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art frMountain music, dancing and tradition will be on display once again as the 45th annual Smoky Mountain Folk Festival celebrates the culture and heritage of Western North Carolina Sept. 4-5 on the shores of Lake Junaluska.

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art theplaceMy eyes fluttered open and, for a moment, I didn’t know where I was.

The room was familiar. The sheets and blankets were the same. But I wasn’t. As I got out bed at my parent’s house, I realized it had been three years since I was living under this roof, and with one day until my return to Western North Carolina, it was still surreal to be here, and now, in my native Upstate New York.

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art frManic, menacing and mesmerizing.

That’s how rock-n-roll is supposed to make you feel. It’s meant to be a bit jarring, a little sinister, with the slightest touch of magic — just enough to pull you in, making you aware that what you’re witnessing is something special, something to behold and share with others not-yet-in-the-know.

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art theplaceI rolled the windows down and stuck my head out. The air was crisp and salty, with a slight hint of curious adventure. I was officially in Maine. Rolling back up the window, I turned to my parents, who had just picked me up at the Portland airport. We made small talk about how their vacation was going, how life is back home in Upstate New York, how my sister and little niece were doing. 

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art theplaceIt’s the only place I feel at home. The open road. Once it gets into your system, you’ll spend the rest of your life trying to make sense of it. The highways, bi-ways and back roads in this country are the circulatory system of America, the blood pump and heartbeat of a hurried people on the move. It is the essence of humanity, for good or ill, and when you take that first journey away from familiarity, you’ll understand what cosmic discoveries lay just beyond the horizon.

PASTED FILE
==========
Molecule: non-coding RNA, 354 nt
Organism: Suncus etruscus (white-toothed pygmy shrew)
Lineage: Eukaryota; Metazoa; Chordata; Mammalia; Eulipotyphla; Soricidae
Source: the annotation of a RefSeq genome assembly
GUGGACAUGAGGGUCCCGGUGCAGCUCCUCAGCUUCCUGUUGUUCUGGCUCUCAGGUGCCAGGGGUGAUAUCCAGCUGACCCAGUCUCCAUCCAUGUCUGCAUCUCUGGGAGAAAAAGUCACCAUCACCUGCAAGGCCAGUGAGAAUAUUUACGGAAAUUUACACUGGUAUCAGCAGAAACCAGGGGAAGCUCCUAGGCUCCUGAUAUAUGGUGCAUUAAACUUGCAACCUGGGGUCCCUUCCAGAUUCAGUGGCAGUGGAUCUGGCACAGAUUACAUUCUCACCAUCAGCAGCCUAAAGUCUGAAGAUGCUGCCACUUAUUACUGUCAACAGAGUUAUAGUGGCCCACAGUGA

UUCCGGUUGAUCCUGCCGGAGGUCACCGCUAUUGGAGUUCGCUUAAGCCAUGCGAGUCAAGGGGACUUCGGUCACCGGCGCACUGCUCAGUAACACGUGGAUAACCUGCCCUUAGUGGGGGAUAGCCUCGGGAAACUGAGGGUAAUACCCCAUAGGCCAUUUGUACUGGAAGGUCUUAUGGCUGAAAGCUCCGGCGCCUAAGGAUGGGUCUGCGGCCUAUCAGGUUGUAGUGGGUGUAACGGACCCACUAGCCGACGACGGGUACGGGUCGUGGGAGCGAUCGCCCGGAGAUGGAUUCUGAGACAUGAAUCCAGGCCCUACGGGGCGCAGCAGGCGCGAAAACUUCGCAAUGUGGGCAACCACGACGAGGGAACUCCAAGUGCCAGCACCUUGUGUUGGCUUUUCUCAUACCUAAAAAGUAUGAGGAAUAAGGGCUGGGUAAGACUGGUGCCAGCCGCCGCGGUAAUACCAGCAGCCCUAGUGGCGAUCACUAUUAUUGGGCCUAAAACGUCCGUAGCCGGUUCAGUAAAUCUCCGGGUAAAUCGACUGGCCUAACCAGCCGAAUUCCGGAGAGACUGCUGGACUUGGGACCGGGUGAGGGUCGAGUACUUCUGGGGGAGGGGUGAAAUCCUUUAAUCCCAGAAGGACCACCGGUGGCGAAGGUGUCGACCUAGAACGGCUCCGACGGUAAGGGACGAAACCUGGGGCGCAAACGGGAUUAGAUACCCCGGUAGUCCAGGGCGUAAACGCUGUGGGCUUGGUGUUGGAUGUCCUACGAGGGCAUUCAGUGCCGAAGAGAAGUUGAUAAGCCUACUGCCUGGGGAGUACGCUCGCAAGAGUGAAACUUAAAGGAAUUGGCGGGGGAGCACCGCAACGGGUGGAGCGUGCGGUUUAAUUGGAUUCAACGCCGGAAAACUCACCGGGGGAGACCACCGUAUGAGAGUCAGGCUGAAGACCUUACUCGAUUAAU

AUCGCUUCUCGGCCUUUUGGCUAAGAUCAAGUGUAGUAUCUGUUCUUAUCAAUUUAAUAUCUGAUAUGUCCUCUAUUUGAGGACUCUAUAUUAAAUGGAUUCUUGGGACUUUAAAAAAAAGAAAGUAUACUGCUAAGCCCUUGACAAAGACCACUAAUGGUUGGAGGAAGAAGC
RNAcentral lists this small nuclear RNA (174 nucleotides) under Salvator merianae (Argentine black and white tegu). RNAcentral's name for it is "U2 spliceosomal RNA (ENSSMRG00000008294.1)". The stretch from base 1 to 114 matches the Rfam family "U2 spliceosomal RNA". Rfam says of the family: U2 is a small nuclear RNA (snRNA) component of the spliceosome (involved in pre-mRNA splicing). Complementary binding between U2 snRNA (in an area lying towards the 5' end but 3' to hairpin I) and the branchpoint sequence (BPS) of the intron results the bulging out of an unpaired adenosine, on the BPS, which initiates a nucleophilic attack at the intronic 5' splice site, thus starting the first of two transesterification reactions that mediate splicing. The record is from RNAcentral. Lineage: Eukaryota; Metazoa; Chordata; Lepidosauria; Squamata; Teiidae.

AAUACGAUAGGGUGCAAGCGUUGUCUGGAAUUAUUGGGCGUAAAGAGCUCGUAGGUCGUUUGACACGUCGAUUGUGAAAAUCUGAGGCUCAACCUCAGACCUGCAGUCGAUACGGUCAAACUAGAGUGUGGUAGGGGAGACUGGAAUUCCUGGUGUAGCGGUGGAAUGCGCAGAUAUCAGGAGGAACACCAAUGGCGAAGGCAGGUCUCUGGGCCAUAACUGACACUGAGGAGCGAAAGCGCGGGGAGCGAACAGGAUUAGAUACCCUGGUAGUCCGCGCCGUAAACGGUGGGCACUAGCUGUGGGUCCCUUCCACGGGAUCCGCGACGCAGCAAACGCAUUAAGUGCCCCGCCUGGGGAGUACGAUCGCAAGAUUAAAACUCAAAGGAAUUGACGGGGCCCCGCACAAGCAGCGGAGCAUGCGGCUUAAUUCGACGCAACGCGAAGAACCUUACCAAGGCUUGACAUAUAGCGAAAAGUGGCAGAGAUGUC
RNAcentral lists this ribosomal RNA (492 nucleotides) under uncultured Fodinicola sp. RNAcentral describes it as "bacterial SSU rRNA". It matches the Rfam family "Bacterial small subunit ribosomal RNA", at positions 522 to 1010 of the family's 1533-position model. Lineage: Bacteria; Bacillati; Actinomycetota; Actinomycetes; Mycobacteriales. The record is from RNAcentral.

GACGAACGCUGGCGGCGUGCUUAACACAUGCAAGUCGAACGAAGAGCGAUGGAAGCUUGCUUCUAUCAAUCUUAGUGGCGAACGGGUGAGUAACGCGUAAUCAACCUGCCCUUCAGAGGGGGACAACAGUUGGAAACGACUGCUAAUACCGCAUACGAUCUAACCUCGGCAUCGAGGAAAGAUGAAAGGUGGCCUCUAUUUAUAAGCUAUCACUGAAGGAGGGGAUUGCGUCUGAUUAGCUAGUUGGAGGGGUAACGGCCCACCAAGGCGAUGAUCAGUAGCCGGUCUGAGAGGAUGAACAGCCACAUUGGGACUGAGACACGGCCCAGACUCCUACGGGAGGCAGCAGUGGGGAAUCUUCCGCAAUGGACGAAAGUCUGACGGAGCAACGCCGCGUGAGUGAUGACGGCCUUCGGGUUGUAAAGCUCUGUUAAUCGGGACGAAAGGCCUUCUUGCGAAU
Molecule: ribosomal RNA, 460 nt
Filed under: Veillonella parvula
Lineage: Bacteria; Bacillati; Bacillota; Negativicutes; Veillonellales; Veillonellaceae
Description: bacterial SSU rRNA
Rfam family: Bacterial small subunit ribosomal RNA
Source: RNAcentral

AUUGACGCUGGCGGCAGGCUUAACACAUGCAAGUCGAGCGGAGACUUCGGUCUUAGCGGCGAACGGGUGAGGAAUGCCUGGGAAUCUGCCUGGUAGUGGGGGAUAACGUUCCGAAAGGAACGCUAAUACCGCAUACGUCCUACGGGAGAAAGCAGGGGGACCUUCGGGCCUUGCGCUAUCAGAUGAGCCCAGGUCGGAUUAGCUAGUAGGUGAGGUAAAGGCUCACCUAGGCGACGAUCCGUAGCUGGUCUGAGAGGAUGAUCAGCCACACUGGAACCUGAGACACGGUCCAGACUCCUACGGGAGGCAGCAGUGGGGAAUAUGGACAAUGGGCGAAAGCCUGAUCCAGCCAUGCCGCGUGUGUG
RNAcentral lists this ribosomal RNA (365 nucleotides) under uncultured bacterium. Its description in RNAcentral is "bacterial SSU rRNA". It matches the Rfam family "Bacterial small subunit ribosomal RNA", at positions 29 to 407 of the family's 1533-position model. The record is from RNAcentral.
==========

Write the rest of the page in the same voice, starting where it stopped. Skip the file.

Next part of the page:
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art frIs Stacy J. Cox disliked by Western North Carolina craft beer lovers?

“I think so, but I don’t know why,” she said. “There has been a lot of misconstrued thoughts out there. A rumor has been spread that I have an issue with the breweries, but I don’t.”

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art theplaceI stopped going.

For the better part of the last decade, my life during the summer was music festivals. From Maine to California, Michigan to Arkansas, I was there, in an endless crowd, cheering on the greatest musicians of our time. In those innumerable moments, I felt more alive, at home, and at peace, than anywhere else in the world.

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art frSitting at a table at the Rathskeller Coffee Haus & Pub, Brittney Raby knows exactly what’s going to walk through the door shortly.

“Pure chaos,” she said. “And that makes it all the better.”

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folkmoot languageStanding in the back of The Stompin’ Ground in Maggie Valley last week, several languages could be heard in every direction. To the right, Spanish and Estonian. To the left, French and Cherokee. All present for the “Opening Gala” of Folkmoot USA, all versed in the universal language of performance.

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art ownersunSetting down deep roots in Jackson County over the past couple of years, Owner of the Sun (Sylva-based by way of Atlanta) is an Americana group, but one whose tone and intent goes far below the surface of you’re atypical “kitchen sink and all” band.

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art mtnfaithAll eyes were on Summer McMahan and company. “We were all so nervous going into the audition,” she said. “But, once we noticed they were liking it, all the nerve went away and we had a blast. We’re so very humbled they liked it and sent us through.”

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art theplaceOften times as a journalist, you just simply can’t get to everything.

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art frCovered in paint speckles, Drew Duncan walked into O’Malley’s Pub & Grill on a recent Thursday evening.

Finishing up work for the day, he wasn’t in search of the 50-cent wing special, nor was he heading to the bar for a beverage. Walking over to the patio stage, Duncan opened up his guitar case, adjusted his microphone stand and took a seat. Front man for Porch 40 (rock/jam), he was soon joined by Colby Dietz of Mangas Colorado (Americana/bluegrass) and Chris Pressley from The Buchanan Boys (rock/country).